The only tangible remnants of Young Anna’s ethnic heritage were her dress and babushka made from the garments Great-Gramma Anna had worn when she came to America. Outgrown, they become the border of a quilt that neighborhood women sew together from scraps of other old family clothing to help them always remember back-home Russia. Used as the Sabbath tablecloth, the huppa (marriage canopy), and as a blanket to wrap the newborns in and to warm the sick and dying, the quilt gets passed down from mother to daughter for four generations.


Used to celebrate births, weddings, birthdays and death, the babushka, dress and heirloom quilt--the only colored objects in this very detailed and imaginative self-illustrated picture book--are symbols of the importance of family ties and traditions. The black and white drawings of children dressed differently, whispering and teasing, begin to define the assimilation process. Changing fashion and wedding customs such as men and women dancing separately and then together; adding a sprinkle of wine to the traditional gold coin, bread and salt of the wedding bouquet; and the mention of the presence of non-Jewish friends "for the first time" affirm the importance of ritual as they portray the changing customs and folklore over time.

The activities and spirited involvement of community play a major role in creating the joyous tone of the story and form an interesting contrast with the backdrops of seasons, nature, and changing landscapes found in Titian’s Three Ages of Man, or with Munch’s eerie The Dance of Life (see art annotations in this database).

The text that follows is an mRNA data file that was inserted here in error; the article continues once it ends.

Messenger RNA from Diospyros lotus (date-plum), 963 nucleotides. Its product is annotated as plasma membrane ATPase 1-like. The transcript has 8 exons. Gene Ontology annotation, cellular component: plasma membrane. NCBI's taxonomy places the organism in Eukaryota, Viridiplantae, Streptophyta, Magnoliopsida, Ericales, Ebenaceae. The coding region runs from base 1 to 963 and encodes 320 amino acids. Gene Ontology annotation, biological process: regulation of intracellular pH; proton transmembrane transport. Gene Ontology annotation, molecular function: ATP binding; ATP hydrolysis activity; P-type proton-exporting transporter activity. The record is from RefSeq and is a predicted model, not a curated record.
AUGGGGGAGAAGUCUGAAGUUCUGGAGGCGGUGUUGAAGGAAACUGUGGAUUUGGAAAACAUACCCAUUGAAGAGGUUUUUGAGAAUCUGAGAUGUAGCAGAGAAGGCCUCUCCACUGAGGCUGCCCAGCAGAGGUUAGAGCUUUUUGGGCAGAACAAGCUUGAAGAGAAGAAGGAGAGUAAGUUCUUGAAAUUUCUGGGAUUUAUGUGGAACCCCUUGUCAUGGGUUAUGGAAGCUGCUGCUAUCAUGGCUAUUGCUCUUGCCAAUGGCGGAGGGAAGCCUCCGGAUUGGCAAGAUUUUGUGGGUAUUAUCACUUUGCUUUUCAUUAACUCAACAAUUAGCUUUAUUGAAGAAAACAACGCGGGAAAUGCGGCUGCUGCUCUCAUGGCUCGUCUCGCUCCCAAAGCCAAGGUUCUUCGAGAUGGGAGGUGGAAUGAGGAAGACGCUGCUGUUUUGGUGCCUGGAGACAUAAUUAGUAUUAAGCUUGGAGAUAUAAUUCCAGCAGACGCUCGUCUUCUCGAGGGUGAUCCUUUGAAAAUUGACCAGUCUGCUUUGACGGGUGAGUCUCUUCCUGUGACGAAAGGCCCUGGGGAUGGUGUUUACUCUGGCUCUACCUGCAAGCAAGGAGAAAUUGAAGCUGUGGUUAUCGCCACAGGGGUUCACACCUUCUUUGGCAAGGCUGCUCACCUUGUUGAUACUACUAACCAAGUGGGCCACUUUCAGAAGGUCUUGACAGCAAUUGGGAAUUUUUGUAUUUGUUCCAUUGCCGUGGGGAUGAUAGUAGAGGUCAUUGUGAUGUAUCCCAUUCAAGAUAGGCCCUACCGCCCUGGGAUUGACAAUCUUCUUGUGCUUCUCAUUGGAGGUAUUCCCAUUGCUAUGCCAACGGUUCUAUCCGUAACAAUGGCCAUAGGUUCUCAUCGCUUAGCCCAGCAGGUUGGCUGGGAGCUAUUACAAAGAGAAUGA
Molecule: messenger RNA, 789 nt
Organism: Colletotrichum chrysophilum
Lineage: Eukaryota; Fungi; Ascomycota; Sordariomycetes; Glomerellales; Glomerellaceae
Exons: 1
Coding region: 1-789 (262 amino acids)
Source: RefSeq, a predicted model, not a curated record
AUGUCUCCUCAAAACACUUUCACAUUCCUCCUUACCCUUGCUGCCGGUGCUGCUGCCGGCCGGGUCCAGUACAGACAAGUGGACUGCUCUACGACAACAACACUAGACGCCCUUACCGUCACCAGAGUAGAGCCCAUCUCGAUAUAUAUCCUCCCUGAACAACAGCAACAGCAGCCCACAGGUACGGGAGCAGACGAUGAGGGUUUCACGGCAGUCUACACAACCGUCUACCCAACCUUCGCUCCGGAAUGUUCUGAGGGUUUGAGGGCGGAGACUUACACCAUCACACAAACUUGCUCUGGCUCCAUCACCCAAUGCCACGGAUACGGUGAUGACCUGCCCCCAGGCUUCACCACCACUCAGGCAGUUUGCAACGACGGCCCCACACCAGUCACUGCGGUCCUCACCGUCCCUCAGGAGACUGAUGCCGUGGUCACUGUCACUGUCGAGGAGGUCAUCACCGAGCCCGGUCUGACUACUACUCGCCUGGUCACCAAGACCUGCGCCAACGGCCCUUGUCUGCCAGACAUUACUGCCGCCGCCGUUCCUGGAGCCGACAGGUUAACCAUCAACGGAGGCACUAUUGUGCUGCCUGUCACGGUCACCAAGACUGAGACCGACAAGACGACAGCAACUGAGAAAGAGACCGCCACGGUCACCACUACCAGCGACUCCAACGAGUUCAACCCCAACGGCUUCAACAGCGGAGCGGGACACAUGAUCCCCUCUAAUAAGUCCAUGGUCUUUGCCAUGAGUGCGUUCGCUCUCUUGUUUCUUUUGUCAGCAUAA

The Faces of AIDS: An AIDS Quilt, created by physician-artist Wilma Bulkin Siegel, painted portraits of patients "to give them comfort and hope as well as dignity and long-lasting identity on paper" (see Grief and the Healing Arts: Creativity as Therapy, ed. Sandra L. Bertman, Baywood, Amityville, NY, 1999, p. 95, detail 21). Her quilt is bordered by hundreds of AIDS ribbons. The film, Common Threads (see this database), uses panels from the original 14-acre AIDS quilt on the Washington Mall to memorialize those who died in the first decade of AIDS in the United States.

As with another children’s book, Annie and the Old One (see this database), cherished relationships and possessions as symbols of continuity and solace, biologic immortality (living on through one’s family, tribe or culture), and the richness of diversity, are reasons enough to recommend this book to readers of all ages.


This self-illustrated picture book received the 1989 Sydney Taylor Award.


Simon & Schuster

Place Published

New York



Page Count